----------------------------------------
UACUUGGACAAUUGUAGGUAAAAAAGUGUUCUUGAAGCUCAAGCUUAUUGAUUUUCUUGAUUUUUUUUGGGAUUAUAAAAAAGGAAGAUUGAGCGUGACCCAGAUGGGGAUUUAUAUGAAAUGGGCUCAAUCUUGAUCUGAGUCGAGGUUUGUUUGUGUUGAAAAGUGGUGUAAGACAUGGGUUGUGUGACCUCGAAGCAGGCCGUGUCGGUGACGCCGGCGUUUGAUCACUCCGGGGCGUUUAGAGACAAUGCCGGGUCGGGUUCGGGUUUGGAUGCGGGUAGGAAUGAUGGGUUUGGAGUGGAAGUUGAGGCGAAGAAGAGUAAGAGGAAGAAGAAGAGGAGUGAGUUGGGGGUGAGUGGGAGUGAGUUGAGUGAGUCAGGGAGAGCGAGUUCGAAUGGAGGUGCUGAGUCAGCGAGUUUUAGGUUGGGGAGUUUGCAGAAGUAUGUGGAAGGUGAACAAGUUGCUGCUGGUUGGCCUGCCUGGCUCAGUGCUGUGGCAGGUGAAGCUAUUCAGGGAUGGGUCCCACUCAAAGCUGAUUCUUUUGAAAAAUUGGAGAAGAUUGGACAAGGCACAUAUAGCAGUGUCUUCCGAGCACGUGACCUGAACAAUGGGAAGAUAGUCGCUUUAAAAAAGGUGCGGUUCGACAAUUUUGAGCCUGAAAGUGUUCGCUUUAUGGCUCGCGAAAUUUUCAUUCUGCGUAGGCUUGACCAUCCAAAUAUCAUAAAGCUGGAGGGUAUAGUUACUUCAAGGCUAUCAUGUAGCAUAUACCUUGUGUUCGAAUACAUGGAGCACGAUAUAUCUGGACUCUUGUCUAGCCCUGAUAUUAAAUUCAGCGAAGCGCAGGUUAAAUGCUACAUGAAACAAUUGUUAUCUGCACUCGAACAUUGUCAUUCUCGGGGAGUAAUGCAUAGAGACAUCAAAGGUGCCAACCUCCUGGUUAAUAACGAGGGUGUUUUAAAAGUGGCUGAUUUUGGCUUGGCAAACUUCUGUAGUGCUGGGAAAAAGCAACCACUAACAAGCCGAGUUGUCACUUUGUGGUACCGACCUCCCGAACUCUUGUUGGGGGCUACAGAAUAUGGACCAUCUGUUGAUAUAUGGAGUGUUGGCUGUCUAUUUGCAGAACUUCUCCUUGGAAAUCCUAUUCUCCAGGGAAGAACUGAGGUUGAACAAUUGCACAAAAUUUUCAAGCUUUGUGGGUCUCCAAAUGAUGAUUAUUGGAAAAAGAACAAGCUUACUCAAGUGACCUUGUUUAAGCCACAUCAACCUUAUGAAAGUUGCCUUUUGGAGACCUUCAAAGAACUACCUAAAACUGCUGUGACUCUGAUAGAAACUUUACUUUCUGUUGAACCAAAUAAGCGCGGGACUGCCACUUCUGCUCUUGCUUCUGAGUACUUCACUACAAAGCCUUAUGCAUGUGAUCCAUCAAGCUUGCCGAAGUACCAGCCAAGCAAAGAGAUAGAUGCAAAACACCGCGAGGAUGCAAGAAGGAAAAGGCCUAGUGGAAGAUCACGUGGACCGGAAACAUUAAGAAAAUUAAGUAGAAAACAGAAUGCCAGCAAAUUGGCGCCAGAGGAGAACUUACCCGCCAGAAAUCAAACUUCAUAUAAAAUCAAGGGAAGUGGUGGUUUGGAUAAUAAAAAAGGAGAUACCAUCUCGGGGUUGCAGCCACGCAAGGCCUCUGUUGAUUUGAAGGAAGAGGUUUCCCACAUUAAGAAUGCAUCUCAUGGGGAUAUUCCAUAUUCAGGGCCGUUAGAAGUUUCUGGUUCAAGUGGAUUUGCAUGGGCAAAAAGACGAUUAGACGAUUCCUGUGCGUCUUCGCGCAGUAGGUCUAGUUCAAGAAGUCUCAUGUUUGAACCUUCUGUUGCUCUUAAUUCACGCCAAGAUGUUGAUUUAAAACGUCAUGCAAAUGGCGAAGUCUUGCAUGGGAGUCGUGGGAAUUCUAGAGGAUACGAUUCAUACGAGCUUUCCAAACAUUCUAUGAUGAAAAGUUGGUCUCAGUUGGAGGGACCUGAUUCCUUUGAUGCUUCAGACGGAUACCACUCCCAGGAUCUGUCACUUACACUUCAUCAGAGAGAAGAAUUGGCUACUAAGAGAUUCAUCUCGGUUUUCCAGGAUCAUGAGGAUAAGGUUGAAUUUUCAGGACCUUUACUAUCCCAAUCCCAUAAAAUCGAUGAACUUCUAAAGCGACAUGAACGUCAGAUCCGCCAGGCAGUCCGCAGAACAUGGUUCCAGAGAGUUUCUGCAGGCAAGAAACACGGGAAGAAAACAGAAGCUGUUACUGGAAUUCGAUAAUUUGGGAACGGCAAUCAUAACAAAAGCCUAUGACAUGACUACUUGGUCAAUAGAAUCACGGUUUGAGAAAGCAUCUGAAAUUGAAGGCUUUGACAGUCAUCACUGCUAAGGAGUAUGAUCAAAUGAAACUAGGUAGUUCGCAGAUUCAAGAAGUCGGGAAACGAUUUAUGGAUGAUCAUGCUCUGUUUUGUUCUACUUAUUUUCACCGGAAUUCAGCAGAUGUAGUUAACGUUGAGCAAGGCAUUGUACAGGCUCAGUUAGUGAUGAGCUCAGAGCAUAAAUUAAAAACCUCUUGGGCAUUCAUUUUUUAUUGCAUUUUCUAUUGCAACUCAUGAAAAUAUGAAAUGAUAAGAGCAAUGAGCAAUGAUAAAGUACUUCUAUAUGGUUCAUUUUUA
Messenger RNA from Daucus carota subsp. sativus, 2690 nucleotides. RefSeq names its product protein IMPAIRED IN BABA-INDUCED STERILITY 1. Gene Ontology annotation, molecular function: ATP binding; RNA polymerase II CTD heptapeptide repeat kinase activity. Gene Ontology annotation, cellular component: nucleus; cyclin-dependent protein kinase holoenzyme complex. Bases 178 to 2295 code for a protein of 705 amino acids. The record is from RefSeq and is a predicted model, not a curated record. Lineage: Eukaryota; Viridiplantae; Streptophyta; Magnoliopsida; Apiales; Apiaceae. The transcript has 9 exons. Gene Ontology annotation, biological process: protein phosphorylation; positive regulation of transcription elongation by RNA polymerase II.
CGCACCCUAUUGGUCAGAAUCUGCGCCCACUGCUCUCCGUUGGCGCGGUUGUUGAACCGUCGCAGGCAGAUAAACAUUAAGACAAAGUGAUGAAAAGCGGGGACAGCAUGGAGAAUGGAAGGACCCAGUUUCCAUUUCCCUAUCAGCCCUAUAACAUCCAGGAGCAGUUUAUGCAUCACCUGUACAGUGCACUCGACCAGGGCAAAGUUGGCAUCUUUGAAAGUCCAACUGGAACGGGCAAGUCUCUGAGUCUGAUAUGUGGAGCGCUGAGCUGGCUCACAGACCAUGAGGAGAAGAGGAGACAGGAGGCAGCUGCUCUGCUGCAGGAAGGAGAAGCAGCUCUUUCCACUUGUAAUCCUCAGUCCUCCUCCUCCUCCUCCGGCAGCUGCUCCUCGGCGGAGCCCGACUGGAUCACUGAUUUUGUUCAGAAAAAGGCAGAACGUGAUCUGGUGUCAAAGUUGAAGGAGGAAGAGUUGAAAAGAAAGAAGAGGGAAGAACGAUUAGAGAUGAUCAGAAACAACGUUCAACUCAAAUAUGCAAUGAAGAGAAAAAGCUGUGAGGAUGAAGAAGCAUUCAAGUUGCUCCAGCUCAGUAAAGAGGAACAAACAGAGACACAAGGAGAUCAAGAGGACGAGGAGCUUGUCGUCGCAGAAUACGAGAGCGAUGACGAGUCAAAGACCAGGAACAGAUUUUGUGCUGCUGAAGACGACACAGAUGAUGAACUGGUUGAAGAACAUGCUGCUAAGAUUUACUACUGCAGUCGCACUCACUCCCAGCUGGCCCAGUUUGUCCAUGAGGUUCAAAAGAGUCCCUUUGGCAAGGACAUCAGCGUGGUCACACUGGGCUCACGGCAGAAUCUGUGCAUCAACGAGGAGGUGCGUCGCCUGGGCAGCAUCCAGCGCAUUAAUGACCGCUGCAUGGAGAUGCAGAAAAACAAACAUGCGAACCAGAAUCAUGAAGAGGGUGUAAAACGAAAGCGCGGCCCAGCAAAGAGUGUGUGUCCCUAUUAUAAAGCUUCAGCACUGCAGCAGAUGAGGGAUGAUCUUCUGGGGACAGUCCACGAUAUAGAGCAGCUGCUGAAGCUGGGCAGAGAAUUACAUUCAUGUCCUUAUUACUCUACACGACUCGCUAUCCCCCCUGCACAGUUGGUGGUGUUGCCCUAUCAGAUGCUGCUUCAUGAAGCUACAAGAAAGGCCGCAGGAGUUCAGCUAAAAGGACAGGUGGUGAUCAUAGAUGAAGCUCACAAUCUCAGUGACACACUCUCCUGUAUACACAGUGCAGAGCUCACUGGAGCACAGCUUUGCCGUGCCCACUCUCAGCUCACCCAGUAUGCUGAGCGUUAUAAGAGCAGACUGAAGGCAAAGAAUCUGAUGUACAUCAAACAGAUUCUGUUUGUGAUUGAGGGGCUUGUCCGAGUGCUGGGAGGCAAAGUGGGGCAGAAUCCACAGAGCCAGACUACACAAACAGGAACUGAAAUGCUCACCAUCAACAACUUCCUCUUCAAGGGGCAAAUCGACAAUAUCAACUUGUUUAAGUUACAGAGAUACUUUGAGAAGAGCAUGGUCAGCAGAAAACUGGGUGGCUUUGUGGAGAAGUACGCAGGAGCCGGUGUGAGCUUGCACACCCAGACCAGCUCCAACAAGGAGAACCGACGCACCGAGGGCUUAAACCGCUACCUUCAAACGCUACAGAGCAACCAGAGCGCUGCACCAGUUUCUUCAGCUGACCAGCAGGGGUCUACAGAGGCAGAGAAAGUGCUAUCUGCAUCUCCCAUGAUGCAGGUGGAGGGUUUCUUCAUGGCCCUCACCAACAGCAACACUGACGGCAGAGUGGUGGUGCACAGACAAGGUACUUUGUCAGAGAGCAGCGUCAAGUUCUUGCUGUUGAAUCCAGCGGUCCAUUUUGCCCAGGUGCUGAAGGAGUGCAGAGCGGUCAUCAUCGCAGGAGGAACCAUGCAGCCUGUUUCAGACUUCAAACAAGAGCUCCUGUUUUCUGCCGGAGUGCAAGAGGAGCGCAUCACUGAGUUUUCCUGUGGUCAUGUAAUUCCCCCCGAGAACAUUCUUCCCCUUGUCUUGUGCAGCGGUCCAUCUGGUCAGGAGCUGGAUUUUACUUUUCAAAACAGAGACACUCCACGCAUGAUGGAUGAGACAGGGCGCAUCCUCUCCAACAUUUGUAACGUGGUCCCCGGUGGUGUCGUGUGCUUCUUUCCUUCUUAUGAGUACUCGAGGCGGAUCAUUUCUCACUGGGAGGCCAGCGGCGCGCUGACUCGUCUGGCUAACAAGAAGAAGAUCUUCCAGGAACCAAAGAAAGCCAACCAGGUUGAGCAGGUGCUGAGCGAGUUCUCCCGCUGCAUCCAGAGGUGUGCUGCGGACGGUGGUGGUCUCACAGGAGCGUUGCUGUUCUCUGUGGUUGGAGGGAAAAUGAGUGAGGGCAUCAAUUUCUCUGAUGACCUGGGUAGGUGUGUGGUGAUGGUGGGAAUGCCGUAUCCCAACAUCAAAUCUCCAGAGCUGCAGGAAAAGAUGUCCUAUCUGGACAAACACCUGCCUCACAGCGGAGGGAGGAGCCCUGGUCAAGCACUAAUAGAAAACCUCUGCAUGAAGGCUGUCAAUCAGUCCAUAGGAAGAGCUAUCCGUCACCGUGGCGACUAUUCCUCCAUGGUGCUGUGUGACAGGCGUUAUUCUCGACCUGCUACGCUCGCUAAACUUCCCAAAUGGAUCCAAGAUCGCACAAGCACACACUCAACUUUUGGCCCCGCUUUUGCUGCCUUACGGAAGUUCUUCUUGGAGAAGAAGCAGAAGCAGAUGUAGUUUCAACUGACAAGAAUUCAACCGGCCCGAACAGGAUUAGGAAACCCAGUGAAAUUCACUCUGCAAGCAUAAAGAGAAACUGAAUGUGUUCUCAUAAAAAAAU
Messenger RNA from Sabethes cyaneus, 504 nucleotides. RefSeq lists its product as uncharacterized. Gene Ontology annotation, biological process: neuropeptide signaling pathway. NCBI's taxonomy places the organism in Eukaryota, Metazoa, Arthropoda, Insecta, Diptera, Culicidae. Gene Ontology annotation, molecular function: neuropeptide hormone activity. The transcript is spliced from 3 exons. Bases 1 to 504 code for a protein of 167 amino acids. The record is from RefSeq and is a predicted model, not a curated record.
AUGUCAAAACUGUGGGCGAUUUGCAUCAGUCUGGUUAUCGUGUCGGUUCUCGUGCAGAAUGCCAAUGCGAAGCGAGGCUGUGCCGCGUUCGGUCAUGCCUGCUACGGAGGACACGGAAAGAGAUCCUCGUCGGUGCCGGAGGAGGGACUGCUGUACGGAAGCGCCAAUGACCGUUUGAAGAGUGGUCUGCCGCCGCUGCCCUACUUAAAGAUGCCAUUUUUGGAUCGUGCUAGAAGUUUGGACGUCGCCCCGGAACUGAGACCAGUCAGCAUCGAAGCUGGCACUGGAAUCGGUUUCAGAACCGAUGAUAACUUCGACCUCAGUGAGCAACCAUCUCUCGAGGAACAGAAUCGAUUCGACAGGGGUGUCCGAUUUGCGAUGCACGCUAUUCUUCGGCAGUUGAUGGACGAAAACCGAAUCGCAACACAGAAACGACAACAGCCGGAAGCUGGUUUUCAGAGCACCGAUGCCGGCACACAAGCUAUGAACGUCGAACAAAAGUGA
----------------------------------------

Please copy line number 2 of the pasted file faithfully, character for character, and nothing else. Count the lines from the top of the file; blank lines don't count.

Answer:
Messenger RNA from Daucus carota subsp. sativus, 2690 nucleotides. RefSeq names its product protein IMPAIRED IN BABA-INDUCED STERILITY 1. Gene Ontology annotation, molecular function: ATP binding; RNA polymerase II CTD heptapeptide repeat kinase activity. Gene Ontology annotation, cellular component: nucleus; cyclin-dependent protein kinase holoenzyme complex. Bases 178 to 2295 code for a protein of 705 amino acids. The record is from RefSeq and is a predicted model, not a curated record. Lineage: Eukaryota; Viridiplantae; Streptophyta; Magnoliopsida; Apiales; Apiaceae. The transcript has 9 exons. Gene Ontology annotation, biological process: protein phosphorylation; positive regulation of transcription elongation by RNA polymerase II.